Burying pilfered items is a common, instinctive doggie behavior.

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Whether it's a bone, a stinky shoe, their favorite toy, or your human child's favorite toy (uh oh), our beloved canine companions often find themselves digging knee deep in a hole, stowing away yet another wonderful treasure. Sometimes they even pick your couch cushions or your new duvet cover as a great place to hide pilfered goodies. No matter the location, it appears dogs often find it necessary to store away preferred items from any potential robbers. Including you. But why?

Well, the reasons dogs may decide it's wisest to hide that brand new (probably too expensive) chew toy are a bit more complicated than you might think. Dogs often have good reasons for doing the things they do, and this includes digging and attempting to bury all sorts of things.

We dig deep (see what I did there?) into three common reasons behind this interesting behavior.

Red-haired boston terrier digs hole in yard with What the Fluff label
Credit: sanjagrujic / Getty

3 Common Reasons Dogs Might Hide and Bury Things

Burying bones and other things is just something many dogs love to do, and it happens to be a behavior that's shared by their canid cousins and wolfie ancestors. But most modern dogs don't need to bury their food the way their ancestors did, so why do it? We look at the three most likely reasons your dog might try to DIY a graveyard in your home or yard.

Caching

"The general thought is that burying treasured objects is an extension of natural caching behavior seen in other canids, like wolves, coyotes, and red fox," says Leslie Sinn, DVM, DACVB, CPDT-KA, and owner of Behavior Solutions in Hamilton, Va. Caching is the storing of available food for the purpose of consuming it later. It's a common behavior in many species of birds and mammals.

"Canids are scatter hoarders, meaning they hide things for later consumption throughout their range. The thought is that dogs take after their ancestors and hide things (primarily food) for later consumption or retrieval," says Sinn, who's also a member of the Daily Paws Advisory Board.

Your dog may find that you give them plenty of tasty things to consume and they don't need to worry about their next meal. You might even be overfeeding them. So instead of eating it all at once they will save some of it for a snack later. Stashing away food and covering it with dirt is a good way to keep the food fresh while also keeping the smell hidden from other animals that might want to partake.

The majority of the time caching new treasures isn't something you need to be concerned about. However, if you find your dog is constantly trying to bury bones and food or if she won't consume any treats in front of you or other pets in your home, it could mean there's an issue and you need to step in or make an appointment with your veterinarian. Pay close attention to your pet's body language right before they go off to bury something. Ensure you are feeding them meals in a location in the home that feels safe and comfy to them. And make sure your other pets aren't hogging or stealing all the nummies.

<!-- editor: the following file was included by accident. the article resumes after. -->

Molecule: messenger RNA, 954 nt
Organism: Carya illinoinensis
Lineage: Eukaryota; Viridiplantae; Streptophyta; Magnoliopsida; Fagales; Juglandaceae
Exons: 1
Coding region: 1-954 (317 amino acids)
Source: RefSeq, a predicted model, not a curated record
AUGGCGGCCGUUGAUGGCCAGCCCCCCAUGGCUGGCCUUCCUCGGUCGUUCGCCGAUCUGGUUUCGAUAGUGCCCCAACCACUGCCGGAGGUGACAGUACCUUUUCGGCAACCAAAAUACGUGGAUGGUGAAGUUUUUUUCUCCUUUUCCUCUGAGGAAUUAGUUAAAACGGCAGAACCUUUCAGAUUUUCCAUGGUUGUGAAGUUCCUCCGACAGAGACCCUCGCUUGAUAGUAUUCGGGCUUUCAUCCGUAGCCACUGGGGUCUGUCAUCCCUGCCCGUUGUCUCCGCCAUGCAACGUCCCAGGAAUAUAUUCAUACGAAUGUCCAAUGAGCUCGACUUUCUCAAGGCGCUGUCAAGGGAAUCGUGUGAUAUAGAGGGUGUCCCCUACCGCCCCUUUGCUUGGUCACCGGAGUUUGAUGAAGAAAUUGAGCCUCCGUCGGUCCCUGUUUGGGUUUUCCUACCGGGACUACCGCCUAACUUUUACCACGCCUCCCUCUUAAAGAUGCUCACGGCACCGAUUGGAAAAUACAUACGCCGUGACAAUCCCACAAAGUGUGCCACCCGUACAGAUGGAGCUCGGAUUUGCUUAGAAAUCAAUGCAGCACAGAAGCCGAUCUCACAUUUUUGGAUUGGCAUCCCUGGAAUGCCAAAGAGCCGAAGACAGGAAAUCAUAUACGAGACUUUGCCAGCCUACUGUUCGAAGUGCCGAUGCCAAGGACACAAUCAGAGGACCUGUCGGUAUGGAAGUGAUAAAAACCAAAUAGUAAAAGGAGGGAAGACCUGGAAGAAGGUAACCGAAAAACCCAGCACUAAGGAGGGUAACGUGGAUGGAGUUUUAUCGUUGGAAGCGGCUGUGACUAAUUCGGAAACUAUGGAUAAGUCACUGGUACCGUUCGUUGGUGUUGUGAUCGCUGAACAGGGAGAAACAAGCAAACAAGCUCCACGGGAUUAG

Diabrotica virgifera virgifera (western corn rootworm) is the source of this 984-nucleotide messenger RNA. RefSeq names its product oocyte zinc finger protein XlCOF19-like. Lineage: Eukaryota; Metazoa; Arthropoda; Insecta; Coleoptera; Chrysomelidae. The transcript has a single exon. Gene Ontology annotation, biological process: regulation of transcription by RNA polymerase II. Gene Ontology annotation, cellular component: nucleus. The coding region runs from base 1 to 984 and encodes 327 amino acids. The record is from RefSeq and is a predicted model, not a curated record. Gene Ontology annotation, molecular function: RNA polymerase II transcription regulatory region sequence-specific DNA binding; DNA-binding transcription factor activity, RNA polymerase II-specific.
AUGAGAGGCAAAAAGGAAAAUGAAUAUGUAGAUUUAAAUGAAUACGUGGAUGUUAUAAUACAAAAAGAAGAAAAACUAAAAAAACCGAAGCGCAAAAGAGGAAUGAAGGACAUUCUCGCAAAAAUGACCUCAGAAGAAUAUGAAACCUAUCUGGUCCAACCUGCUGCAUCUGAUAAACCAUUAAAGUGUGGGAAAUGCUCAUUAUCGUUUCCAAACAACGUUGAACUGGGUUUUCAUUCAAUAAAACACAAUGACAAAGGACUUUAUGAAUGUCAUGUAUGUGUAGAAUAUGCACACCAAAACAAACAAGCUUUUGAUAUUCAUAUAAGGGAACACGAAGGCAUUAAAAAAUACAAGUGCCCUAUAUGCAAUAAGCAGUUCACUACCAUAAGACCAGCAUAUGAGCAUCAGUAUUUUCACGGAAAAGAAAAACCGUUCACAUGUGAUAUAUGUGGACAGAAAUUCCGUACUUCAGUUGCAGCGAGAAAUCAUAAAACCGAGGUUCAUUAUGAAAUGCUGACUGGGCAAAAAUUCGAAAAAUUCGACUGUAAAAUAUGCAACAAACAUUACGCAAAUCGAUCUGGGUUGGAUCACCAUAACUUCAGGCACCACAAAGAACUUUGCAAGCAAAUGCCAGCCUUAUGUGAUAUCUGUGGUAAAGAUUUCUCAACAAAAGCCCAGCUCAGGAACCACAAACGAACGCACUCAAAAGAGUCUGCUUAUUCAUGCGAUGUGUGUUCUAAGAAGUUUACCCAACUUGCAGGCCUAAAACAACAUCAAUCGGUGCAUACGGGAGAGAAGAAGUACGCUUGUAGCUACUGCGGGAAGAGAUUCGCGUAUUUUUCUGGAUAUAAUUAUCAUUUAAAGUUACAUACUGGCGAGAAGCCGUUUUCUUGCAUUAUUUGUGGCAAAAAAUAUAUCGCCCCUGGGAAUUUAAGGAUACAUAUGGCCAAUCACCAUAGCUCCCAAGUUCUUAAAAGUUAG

Stress or Anxiety

When a dog lives in an environment that's stressful and causes them to feel anxious or they are new to a home and not sure how they fit in just yet, they might feel the need to bury or hide things they want to keep for themselves. If a dog has lived in a previous situation where things were often taken away from them, they are likely to hide things they value in a safe, secure spot. In multi-pet households, a dog could be concerned another pet will steal away their goodies. This makes your canine keen to hide really preferred items, like food or treats, chew toys, and bones—and then consume them out of view of the other pets (think your Halloween candy and your greedy older brother).

In severe cases, a dog may feel the need to hide or guard all types of items they find really valuable, and this can lead to resource guarding, a more serious issue that needs attention from a certified canine behavior consultant or veterinary behaviorist. 

Boredom

It's no surprise that a dog whose environment is lacking in mental and physical stimulation will find something to do. Oftentimes that thing takes the form of a behavior that's undesirable (to us humans), like digging up the backyard or creating a nice, muddy hole in the flower garden. Eventually those holes can serve as additional just-for-your-dog storage compartments where they can keep their favorite toys or that brand new marrow-filled bone you gave them.

To prevent your yard (or your living room) from becoming an excavation site, always offer your dog daily enrichment opportunities that engage both their mind and body. Take them for walks and let them sniff, play games of fetch and tug, and do some fun trick training using positive reinforcement. Schedule time in your day to practice basic skills so your dog gets access to stimulating reinforcement opportunities every.single.day.

Canines do all sorts of things that might appear odd to us humans but serve a very real function for your dog. Making sure your dog is healthy and happy, has access to safe places for eating, and lots of great opportunities to use his brain and body, will go a long way in ensuring your dog doesn't turn your yard (well at least not totally), or your home, into a doggie-goodie burial ground.